Courthouse expansion addressed

Officials fear for safety of witnesses, jury members


— Colorado Supreme Court Justice Rebecca Love Kourlis remembers holding court in a crowded Routt County Courthouse.

That was 14 years ago.

Today those same crowded hallways and courtrooms concern the former District Judge for the 14th Judicial District, which includes Routt, Moffat and Grand counties.

Kourlis returned to Routt County Wednesday to facilitate the selection of candidates to fill retiring District Judge Richard P. Doucette's position.

A judicial nomination committee recommended two or three candidates to Gov. Bill Owens, who will then appoint Doucette's replacement.

The names of those candidates will be released today.

Although Kourlis received her appointment to the Colorado Supreme Court in May 1995, she retains her ties to the 14th Judicial District, where she served from January 1988 to June 1994.

She has intently followed the efforts of men and women in Routt County to relieve the pressure of increased caseloads and outdated building standards with the construction of a new judicial facility.

The county is expected to ask voters this fall to support a building referendum for a new court facility.

The courthouse, which was built in 1923, can no longer meet the needs of Routt County, Kourlis said.

County officials share her concern that overcrowding will only continue as the number of criminal cases rise.

The 14th Judicial District Attorney's Office in Steamboat Springs filed a total of 2,643 cases in 2001. That number grows to about 4,600 when civil cases are included in the count.

Only 216 cases were filed in 1923, court administrator Evan Herman said.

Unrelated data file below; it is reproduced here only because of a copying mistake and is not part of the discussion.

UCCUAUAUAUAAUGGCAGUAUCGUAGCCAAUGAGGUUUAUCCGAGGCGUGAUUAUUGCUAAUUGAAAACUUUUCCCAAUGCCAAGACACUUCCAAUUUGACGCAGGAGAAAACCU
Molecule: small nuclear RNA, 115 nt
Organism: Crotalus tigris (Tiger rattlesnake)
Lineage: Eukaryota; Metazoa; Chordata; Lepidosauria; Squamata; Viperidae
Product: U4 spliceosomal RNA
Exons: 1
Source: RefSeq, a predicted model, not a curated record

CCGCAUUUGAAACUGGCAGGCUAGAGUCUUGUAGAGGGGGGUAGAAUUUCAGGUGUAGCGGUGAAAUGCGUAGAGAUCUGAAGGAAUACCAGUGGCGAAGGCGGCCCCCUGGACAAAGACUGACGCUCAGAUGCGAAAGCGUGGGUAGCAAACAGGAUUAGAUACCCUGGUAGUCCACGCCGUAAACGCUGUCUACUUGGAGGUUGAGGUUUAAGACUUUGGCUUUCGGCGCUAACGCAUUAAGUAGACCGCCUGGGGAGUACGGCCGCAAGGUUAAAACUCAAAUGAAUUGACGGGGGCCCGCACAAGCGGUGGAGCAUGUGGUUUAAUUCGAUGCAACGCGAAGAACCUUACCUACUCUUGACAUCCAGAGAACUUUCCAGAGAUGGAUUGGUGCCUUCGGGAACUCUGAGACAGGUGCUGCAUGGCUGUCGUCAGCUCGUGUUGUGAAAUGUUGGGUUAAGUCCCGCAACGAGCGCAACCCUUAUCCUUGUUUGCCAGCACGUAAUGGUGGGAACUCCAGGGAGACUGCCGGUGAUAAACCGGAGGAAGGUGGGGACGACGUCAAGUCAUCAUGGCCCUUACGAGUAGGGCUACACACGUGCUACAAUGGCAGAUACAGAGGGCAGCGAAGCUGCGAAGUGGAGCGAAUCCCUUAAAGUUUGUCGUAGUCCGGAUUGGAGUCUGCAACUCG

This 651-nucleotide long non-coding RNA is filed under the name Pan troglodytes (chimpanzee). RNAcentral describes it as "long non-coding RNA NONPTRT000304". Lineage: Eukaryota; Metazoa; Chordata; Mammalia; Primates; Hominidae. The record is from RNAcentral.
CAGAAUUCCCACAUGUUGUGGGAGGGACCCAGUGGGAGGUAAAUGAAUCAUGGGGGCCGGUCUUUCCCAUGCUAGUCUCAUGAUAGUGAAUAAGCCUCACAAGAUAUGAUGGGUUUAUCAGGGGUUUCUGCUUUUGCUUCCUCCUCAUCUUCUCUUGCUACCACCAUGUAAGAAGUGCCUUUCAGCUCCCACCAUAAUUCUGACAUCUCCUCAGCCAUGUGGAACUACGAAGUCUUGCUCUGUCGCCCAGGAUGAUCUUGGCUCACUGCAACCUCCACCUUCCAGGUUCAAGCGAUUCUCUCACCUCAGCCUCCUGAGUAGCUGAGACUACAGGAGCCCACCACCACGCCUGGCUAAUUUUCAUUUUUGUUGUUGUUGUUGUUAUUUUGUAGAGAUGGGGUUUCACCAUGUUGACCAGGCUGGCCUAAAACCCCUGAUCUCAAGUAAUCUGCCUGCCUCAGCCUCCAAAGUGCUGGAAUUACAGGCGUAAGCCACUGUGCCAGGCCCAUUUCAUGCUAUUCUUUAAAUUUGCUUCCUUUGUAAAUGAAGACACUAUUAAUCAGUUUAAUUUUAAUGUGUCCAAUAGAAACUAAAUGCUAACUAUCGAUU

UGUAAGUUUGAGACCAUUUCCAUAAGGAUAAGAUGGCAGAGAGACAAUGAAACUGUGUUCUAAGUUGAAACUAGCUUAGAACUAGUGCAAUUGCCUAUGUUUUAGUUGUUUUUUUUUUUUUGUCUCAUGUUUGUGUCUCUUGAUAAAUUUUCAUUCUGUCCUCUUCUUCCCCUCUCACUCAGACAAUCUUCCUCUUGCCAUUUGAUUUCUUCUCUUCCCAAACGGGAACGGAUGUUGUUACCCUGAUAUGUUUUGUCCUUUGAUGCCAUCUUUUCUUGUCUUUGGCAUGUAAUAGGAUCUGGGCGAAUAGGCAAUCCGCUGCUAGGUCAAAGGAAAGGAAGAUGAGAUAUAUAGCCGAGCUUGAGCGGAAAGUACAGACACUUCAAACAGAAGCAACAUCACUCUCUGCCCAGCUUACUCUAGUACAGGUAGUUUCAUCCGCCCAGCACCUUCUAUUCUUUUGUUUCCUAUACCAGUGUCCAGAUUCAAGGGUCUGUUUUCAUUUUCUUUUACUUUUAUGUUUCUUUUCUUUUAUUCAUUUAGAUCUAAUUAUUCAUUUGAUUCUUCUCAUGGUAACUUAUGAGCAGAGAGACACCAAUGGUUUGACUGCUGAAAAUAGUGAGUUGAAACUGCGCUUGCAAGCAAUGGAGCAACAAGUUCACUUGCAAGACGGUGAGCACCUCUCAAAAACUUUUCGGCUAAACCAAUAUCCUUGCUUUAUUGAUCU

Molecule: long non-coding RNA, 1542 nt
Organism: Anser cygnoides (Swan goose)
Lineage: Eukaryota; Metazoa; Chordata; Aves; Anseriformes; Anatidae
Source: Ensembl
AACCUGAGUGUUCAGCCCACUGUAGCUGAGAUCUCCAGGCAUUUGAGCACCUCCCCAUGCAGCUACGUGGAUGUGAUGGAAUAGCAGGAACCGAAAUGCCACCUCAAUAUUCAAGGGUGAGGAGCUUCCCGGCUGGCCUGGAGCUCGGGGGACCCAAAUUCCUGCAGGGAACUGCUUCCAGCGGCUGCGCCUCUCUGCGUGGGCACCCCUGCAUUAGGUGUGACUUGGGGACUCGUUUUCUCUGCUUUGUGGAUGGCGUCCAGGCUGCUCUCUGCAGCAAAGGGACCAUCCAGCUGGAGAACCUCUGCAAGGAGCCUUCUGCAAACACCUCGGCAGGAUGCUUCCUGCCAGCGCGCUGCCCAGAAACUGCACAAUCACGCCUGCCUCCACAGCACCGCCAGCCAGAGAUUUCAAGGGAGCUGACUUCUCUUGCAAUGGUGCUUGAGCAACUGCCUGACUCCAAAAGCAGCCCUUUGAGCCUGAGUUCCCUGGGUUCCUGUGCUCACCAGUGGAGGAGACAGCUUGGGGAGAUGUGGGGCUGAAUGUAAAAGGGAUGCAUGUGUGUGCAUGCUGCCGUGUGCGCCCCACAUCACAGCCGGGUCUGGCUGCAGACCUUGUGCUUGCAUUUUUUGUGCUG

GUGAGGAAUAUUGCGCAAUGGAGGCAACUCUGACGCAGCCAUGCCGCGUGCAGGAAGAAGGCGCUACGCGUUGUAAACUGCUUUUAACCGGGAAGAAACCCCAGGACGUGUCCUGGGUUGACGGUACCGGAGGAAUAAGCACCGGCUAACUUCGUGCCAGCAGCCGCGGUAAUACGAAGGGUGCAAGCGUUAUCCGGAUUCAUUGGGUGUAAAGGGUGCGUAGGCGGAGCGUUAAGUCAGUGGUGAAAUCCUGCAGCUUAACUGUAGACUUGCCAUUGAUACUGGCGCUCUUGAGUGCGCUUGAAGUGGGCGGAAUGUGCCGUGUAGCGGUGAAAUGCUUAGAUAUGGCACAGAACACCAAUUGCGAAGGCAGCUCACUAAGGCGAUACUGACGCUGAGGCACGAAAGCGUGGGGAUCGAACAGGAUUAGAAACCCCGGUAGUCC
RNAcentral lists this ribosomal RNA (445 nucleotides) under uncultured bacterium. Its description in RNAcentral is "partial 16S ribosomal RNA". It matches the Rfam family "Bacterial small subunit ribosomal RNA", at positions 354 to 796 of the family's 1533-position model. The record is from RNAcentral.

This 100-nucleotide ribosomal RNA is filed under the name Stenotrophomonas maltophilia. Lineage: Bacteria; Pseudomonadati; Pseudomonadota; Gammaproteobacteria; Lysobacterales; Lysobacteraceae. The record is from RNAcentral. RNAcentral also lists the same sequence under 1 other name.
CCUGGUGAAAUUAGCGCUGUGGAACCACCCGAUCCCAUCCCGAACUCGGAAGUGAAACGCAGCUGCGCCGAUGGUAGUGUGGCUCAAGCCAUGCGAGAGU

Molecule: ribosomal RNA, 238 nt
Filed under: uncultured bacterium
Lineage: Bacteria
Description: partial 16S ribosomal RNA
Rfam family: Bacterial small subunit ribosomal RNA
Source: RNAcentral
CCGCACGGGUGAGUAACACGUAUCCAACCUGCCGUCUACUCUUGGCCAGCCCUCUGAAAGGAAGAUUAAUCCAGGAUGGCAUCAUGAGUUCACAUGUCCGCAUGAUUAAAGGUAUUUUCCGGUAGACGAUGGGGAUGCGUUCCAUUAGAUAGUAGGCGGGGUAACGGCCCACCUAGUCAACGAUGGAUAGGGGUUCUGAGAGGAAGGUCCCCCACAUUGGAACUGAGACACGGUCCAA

A narrow hallway separates the 14th Judicial Courtroom and the Routt County Courtroom and maintains a daily steady flow of traffic.

Nothing prevents defendants in the custody of the Routt County Sheriff's Office from passing witnesses, jury members, victims or attorneys in the hallways on their way to the courtrooms.

Such an everyday situation robs people of their privacy and creates serious safety issues, Kourlis said.

Defense attorneys have no other place to go but the hallway to discuss cases with their clients during a jury trial, she said.

That means what should be a private conversation becomes a discussion aired to the public.

In some cases where neither of the courtrooms is available, cases have been held in other rooms in the courthouse annex or moved to other buildings in town.

Routt County Judge James Garrecht can recall several occasions in and out of the courtroom when he feared for the safety of jury members, witnesses or victims.

"It's not a question of if things will happen It's a question of when," Kourlis said.

The county is proposing to build a 52,000-square-foot building at the southwest corner of Oak and Sixth Streets.

The current court facility houses two district court judges and one county judge in 11,200 square feet.

State standards mandate that any courthouse in the state with three judges provide at least 33,200 square feet.

"This courthouse is definitely out of compliance with that," Kourlis said.

But more than facts and numbers in the argument for a new court facility, she said, is the idea of justice.

"We think of justice in terms of symbols," Kourlis said, alluding to the compelling image of the U.S. Supreme Court building or the well-known portrait of the blindfolded woman holding a scale.

A courthouse holds the same powerful distinction in a community, she said.

The people of Routt County deserve a local symbol of justice they can take pride in, she said.


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